'No Votes Thank You' - Lord Curzon of Kedleston and the Anti-Suffrage movement

Portrait of George Nathaniel Curzon, 1st Marquess Curzon of Kedleston

George Nathaniel Curzon, 1st Marquess Curzon of Kedleston, played a vital role in the story of the suffrage movement. As leader of the opposition movement, he was fundamental in mobilising the response to those in support of giving women the vote.

Curzon was an authoritative and well-respected voice in opposition to the proposed changes, but he should certainly not be considered a man in a minority.
At a time of clearly defined societal roles, opposition to allowing women to vote was a common and acceptable stance.

Woman's Suffrage

The fight for the vote for women was a prolonged process that began in the 19th century when John Stuart Mill presented a petition for women’s suffrage in 1866. His petition failed but it was the catalyst for the suffrage movement that followed. During the next fifty years the subject was debated and by the early 20th century genuine and concerted support was established across a broad selection of society. 

National League for Opposing Woman Suffrage

Such support stirred the opposition, known as anti-suffragists, into action. Initially gender split leagues were formed (The Women’s National Anti-Suffrage League in 1908 and The Men’s National Anti-Suffrage League in 1909). In 1910 Lord Cromer approached Lord Curzon with the proposition that a National League be formed to unify both groups to give the movement more credibility.

Typical anti-suffrage propoganda
Cartoon of suffragists attacking a policeman
Typical anti-suffrage propoganda

Curzon's views

Curzon held a very traditional view of women's position in society and was of the opinion that the Empire would be better maintained should women remain in their maternal role with minimal public voice. However he also saw women as vital to the betterment and development of society and crucial to maintaining the British Empire.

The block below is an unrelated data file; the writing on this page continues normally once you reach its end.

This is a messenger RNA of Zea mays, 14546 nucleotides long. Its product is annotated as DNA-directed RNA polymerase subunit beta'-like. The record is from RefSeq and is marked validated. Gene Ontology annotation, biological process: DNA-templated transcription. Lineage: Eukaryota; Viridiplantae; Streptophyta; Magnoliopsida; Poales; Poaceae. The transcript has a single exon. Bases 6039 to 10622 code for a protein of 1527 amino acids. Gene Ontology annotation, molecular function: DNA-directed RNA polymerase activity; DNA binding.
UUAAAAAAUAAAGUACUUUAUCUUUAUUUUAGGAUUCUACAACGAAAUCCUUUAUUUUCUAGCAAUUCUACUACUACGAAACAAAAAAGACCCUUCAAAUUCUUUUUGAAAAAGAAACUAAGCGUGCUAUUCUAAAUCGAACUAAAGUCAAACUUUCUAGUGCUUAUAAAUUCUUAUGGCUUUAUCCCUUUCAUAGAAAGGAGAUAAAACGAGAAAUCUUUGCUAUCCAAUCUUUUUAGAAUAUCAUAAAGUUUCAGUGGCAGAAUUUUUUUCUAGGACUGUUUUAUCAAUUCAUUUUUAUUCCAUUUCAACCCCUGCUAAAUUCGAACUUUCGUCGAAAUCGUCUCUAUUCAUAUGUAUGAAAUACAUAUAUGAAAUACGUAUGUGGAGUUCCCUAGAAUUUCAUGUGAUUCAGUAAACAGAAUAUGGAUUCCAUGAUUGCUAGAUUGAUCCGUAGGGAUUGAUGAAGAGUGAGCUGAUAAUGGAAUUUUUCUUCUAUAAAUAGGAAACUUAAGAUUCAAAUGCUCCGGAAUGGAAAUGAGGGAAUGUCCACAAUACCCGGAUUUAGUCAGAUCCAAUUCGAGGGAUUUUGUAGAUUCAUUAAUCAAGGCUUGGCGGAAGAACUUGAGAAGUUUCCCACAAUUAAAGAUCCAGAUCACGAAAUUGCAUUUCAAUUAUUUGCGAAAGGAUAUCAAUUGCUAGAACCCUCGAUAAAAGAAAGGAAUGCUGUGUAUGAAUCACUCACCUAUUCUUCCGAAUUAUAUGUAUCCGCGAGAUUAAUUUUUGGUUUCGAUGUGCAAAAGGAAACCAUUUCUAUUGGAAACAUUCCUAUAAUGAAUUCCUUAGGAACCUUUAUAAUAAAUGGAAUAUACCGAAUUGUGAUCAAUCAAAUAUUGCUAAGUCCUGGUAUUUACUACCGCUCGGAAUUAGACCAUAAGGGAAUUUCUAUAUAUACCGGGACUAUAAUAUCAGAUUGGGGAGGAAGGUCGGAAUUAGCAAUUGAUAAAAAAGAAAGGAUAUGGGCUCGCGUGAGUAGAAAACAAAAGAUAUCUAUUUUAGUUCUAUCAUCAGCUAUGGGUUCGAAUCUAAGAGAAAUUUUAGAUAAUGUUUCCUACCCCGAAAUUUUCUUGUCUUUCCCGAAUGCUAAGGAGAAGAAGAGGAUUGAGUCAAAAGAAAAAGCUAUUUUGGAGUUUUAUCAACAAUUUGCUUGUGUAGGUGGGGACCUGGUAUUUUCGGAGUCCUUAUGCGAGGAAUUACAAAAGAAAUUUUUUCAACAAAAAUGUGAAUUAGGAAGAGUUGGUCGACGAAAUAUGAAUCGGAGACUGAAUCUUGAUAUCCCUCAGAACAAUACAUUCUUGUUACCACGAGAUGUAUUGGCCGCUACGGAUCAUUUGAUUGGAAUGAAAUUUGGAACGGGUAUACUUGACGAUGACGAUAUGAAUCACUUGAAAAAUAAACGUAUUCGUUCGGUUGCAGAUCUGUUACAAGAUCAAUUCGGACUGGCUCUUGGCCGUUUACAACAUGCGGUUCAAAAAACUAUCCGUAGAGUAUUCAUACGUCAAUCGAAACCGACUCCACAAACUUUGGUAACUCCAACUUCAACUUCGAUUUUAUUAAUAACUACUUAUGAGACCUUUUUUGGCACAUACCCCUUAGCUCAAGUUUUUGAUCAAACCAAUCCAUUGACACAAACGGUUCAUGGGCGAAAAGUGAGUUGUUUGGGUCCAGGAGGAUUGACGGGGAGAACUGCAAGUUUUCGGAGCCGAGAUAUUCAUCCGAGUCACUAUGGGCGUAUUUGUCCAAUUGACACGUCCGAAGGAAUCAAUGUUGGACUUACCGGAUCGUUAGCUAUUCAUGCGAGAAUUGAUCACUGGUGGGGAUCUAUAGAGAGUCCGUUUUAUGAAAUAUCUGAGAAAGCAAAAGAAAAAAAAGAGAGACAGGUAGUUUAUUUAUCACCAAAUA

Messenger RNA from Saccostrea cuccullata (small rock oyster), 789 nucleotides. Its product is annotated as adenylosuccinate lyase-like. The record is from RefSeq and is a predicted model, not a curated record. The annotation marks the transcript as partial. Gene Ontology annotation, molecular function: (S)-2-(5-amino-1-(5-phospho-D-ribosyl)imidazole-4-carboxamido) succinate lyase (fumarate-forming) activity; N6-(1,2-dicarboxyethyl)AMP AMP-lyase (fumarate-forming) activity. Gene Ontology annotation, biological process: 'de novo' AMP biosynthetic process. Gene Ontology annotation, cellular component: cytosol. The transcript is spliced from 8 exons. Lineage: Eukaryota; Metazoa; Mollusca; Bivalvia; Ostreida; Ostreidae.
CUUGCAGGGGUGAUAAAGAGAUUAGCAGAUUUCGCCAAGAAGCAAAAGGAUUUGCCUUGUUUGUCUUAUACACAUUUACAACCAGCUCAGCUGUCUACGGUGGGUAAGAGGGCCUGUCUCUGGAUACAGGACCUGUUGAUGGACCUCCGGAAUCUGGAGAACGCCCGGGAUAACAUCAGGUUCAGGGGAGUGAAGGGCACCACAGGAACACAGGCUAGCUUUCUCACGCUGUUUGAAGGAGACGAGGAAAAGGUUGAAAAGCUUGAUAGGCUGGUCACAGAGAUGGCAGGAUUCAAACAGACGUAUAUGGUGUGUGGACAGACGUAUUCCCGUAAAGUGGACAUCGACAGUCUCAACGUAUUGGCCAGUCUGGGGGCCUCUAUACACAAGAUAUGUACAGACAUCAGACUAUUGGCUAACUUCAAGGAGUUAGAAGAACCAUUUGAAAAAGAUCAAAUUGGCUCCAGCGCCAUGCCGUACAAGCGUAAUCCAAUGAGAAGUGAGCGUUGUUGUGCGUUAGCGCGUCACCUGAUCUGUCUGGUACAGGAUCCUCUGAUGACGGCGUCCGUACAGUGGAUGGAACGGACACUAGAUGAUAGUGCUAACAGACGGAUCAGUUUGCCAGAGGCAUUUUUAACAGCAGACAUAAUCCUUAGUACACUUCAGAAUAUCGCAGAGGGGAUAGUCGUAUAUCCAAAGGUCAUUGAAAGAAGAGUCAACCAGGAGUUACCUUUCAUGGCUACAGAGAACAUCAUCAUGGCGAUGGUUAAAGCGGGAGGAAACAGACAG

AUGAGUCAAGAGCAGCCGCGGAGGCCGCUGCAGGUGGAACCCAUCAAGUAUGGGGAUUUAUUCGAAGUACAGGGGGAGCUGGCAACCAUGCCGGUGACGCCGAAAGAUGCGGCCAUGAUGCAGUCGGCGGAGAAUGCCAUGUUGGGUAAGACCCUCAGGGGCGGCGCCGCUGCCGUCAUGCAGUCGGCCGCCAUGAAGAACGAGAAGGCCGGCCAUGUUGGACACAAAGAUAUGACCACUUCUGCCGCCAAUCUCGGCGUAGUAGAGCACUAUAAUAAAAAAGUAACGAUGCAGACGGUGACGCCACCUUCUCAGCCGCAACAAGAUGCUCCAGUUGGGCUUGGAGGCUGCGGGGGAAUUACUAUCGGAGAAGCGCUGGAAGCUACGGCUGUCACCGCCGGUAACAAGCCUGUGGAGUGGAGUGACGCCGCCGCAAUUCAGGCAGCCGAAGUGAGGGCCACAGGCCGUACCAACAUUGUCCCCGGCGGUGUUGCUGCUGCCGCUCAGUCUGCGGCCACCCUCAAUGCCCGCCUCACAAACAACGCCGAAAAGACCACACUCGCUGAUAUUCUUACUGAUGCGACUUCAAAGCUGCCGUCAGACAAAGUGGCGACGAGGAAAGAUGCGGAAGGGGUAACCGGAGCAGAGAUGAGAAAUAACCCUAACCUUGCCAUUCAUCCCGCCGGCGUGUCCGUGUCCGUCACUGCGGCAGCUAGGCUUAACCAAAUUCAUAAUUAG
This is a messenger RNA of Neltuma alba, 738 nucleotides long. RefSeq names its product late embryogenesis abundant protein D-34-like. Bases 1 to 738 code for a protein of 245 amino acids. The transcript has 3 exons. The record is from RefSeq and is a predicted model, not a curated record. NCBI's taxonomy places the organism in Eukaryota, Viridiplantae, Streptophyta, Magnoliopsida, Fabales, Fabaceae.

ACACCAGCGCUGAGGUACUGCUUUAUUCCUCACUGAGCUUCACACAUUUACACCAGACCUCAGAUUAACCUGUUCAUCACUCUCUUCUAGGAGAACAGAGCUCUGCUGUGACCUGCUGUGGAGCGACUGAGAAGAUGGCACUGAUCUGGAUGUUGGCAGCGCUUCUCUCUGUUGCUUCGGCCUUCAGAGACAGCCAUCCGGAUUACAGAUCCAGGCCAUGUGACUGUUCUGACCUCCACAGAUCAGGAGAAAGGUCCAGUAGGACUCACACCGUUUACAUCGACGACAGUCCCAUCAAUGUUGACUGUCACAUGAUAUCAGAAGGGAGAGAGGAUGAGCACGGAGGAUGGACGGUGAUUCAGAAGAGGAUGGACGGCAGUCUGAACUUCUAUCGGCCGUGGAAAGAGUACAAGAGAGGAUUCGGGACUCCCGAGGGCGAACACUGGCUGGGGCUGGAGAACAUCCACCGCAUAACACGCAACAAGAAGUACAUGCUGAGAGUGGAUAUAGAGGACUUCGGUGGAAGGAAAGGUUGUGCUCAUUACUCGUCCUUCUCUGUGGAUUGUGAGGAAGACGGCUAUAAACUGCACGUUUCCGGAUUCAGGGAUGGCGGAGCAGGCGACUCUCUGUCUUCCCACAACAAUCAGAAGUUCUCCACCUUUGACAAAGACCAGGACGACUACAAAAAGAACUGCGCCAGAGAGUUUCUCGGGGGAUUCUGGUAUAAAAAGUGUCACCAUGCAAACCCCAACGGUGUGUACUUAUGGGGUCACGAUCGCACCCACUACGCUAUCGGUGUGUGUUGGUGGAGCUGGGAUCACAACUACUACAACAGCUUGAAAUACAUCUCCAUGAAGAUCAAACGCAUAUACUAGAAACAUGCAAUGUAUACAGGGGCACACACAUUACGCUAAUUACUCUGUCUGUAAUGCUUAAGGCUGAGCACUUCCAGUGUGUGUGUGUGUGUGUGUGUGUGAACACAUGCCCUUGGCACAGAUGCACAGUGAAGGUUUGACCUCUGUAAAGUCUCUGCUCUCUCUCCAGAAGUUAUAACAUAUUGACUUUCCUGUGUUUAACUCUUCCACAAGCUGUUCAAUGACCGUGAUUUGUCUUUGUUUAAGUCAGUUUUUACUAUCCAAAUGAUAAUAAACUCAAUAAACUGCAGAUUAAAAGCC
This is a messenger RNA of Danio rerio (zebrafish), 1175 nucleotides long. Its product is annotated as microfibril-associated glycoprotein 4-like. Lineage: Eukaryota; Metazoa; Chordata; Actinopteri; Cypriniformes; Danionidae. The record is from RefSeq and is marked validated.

Representation of the People Act

Against a background of changing women's roles bought about by the impact of World War One the Representation of the People Act was introduced in 1918 giving some women the right to vote for the first time. Although both sides of the House of Commons supported the Act, opposition from the anti-suffragists was vehement. As leader of the House of Lords Curzon was well placed to block the vote. However he realised that although he was personally opposed to the Act the repercussions of ignoring the huge Commons majority would be significant.

" ...although I think the House of Commons is mistaken, although I think the majority of my Party in that house is mistaken, and although I think both will rue the day when they acted in the manner that they have done."
- George Curzon, 1st Marquess Curzon of Kedleston

When he came to speak in the Lords Curzon took the unusual step of addressing the House as a private individual. His eloquent outline of his opposition raised the hopes of his supporters. However his concerns for the democratic process meant that ultimately he chose to abstain from the vote. His position caused many other Lords to follow suit and the Act was passed unopposed.

'No Votes Thank You'

As part of the National Trust's Women and Power programme our exhibition at Kedleston explores the story of Lord Curzon's relationship with women's suffrage. Using graphics and video you'll be able to discover more about the then divisive subject of Suffrage and share your own thoughts about the role of women in society then and now.